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I would like to understand why the $N=6$ gravitino (massless) multiplet $$\left(-\frac32,(-1)^{6},(-\frac12)^{15}, 0^{20}, (+\frac12)^{15}, +1^6, +\frac32 \right)$$

is not CPT self-conjuguate?. It seems to me that it must be self-conjiuguate but I did not find this statement in the litterature. My argument is that the Clifford vacuum form which it is contructed, $\lambda_0=-\frac32=-6/2+3/2$, is CPT self-conjuguate and the scalars $0^{20}$ belonging to real representation (isn't it?) of the automorphism group.

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    $\begingroup$ Yes, it is self-conjugate, of course. Did you find any contrapositive statements in the literature, to the effect that this one breaks the general rule "maximum helicity"= N /4 implies self-conjugacy ? $\endgroup$ – Cosmas Zachos Nov 22 '17 at 14:53
  • $\begingroup$ @CosmasZachos, thanks for your comment. No, I did not, in Wess & Bagger book they give, as examples, just the cases N=4,8. $\endgroup$ – Mohamed Vall Nov 22 '17 at 16:17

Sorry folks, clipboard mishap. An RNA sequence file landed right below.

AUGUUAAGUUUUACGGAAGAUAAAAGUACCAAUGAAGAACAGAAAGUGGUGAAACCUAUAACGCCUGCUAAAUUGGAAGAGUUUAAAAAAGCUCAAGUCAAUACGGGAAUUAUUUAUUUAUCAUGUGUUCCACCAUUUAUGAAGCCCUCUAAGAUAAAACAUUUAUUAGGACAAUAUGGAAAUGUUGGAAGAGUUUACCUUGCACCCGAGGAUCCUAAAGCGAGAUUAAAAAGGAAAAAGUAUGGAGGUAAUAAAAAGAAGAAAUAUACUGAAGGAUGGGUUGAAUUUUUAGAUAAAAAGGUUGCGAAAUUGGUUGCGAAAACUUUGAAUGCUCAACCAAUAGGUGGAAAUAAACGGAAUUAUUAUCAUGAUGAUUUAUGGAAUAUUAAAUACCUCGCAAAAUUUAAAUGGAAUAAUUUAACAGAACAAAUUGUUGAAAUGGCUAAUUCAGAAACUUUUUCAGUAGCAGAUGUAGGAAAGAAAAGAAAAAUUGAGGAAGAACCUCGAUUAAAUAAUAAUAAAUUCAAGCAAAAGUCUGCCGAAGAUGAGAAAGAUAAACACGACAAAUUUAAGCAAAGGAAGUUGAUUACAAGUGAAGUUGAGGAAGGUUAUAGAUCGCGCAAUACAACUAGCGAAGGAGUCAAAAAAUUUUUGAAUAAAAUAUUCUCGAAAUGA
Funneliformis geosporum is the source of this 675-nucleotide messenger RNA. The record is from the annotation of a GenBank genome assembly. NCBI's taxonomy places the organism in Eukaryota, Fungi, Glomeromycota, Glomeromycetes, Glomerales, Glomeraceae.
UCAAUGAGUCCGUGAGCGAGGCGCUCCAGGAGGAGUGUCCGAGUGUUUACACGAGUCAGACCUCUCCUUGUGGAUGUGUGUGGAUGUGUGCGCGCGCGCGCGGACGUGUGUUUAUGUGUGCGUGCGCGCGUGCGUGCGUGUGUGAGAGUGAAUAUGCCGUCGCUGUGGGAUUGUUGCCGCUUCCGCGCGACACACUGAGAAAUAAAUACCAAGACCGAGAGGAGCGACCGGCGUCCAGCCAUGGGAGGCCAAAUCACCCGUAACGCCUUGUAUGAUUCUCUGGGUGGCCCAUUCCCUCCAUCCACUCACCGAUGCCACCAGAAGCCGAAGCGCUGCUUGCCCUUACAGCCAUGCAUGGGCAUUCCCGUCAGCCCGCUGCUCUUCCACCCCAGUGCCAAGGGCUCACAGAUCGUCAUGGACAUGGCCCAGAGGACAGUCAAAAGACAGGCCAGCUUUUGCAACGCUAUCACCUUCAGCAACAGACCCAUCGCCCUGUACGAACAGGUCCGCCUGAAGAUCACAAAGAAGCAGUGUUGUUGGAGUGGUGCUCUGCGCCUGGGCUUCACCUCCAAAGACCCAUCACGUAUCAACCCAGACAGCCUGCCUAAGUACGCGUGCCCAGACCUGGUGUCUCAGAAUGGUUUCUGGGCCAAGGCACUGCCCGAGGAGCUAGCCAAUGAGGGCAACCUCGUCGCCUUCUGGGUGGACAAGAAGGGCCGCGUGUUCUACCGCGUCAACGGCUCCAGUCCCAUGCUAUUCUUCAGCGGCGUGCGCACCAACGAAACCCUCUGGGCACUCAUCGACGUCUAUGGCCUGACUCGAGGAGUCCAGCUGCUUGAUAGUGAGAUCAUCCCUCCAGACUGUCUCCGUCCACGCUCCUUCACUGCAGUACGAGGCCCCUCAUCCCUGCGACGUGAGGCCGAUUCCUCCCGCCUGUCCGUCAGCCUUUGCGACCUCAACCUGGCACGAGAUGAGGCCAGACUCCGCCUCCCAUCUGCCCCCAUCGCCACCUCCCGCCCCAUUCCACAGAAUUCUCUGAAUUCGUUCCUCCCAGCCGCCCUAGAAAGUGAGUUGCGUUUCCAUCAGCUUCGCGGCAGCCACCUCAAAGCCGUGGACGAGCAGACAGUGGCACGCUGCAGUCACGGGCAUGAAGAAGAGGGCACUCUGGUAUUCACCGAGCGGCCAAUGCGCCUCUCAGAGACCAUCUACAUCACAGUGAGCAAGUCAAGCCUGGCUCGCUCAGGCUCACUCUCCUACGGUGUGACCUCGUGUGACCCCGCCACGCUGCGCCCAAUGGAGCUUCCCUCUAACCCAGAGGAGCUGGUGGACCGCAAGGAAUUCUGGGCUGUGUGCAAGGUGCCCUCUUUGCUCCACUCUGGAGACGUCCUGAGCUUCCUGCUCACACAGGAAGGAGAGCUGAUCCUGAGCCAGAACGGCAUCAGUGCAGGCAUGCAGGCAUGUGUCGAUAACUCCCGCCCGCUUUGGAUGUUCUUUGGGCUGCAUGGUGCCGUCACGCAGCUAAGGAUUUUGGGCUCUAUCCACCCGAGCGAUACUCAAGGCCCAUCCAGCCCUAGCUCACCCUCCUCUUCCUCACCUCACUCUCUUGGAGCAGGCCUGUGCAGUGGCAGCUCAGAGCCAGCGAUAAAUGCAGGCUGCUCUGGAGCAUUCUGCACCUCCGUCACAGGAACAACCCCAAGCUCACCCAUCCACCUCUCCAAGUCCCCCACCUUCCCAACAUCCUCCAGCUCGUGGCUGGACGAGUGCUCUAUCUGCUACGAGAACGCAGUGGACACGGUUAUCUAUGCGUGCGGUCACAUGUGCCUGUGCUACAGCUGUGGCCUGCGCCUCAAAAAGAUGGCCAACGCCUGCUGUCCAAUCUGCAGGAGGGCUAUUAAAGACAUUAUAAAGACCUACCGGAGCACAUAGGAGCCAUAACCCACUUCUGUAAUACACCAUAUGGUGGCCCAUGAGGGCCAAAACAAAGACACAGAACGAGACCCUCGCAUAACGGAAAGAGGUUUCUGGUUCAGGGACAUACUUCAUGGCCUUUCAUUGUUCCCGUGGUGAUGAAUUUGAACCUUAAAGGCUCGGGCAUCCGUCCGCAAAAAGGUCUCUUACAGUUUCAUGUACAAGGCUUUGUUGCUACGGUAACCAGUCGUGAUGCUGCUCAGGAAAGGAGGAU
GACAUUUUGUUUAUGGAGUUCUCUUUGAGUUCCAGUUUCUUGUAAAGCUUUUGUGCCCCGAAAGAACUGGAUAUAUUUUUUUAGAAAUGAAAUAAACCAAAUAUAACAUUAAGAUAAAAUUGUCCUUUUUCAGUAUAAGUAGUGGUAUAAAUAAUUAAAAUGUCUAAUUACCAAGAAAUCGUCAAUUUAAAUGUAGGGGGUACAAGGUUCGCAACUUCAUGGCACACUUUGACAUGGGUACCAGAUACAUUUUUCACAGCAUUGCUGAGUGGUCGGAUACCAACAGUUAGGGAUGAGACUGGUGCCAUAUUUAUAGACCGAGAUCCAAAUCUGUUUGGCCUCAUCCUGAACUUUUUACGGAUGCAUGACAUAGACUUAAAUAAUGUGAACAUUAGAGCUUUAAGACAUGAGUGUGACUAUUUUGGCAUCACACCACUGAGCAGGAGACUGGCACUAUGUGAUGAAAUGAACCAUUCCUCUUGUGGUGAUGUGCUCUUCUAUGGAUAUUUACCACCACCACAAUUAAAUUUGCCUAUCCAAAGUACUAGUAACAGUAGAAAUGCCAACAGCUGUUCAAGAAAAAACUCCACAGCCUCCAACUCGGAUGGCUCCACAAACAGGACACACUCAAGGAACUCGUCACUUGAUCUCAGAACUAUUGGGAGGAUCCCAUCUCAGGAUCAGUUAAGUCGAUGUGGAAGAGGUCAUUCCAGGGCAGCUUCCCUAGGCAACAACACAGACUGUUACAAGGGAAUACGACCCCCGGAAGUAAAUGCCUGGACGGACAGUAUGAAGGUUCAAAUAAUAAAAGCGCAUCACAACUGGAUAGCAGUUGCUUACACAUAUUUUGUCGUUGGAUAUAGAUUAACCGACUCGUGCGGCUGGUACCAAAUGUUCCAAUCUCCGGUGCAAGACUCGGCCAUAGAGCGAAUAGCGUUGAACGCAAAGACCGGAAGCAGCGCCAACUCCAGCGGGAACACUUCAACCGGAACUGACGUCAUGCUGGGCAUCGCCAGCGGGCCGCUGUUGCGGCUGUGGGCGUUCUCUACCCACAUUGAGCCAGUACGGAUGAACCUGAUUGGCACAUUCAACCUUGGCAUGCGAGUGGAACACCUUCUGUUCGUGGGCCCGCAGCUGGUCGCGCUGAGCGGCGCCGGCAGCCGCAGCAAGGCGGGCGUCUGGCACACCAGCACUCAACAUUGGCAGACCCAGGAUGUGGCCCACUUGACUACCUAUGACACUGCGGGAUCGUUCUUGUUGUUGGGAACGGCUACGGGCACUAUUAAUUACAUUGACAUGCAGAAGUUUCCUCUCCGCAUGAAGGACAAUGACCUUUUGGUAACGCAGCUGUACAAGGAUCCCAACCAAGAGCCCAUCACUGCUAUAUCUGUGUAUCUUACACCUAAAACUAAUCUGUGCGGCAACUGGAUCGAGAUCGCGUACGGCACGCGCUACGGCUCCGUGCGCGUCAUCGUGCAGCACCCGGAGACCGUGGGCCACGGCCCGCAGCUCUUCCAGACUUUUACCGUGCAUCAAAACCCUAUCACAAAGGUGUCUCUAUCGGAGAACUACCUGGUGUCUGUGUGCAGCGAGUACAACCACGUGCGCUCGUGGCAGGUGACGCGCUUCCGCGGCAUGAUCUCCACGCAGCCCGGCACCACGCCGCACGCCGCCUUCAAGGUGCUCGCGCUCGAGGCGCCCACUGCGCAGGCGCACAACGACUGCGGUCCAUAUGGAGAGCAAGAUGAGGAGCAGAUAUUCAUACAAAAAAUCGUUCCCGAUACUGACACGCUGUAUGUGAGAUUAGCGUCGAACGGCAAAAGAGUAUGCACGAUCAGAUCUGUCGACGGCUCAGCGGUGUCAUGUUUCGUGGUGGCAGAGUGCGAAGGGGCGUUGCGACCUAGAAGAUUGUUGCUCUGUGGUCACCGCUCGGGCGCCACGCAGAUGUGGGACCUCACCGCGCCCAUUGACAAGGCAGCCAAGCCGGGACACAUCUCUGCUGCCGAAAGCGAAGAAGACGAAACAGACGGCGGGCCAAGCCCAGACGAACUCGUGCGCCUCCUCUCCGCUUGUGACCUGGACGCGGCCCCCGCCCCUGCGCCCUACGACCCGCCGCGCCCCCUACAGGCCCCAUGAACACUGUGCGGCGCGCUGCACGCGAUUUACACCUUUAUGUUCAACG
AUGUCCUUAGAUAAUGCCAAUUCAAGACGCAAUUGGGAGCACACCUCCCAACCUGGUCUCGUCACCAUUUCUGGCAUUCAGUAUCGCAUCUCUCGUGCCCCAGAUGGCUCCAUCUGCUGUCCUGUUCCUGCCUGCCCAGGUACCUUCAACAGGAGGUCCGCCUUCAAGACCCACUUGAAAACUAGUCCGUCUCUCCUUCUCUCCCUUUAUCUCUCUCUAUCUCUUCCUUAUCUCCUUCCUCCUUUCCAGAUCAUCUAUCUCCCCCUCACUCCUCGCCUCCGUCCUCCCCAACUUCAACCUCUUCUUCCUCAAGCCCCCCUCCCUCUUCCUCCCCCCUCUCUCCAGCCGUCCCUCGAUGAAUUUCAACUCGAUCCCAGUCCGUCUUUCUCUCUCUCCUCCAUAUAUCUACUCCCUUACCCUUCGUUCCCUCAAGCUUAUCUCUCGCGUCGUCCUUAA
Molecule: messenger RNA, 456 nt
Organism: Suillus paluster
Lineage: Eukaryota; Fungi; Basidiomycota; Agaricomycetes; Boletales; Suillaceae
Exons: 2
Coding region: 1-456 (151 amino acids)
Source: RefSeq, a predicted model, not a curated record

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    $\begingroup$ So there probably isn't any, because it would not be sound, unless one cooked up a devilish bypass... $\endgroup$ – Cosmas Zachos Nov 22 '17 at 16:21
  • $\begingroup$ Prof. @CosmasZachos, I am not sure that I understood your previous comment "breaks the general rule "maximum helicity"= N /4 implies self-conjugacy"; Is not N/4=3/2 for N=6 and so it satisfies this general rule? $\endgroup$ – Mohamed Vall Nov 22 '17 at 18:52
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    $\begingroup$ Indeed, your multiplet satisfies the rule. AND there are NO contrapositive statements on it around, so, then, the rule must HOLD. I was just riffing on your expectation that if you don't find an obvious statement in the literature, it must be somehow under a cloud of suspicion. Thorough susy texts, of course, beat it to a tautology. $\endgroup$ – Cosmas Zachos Nov 22 '17 at 19:31

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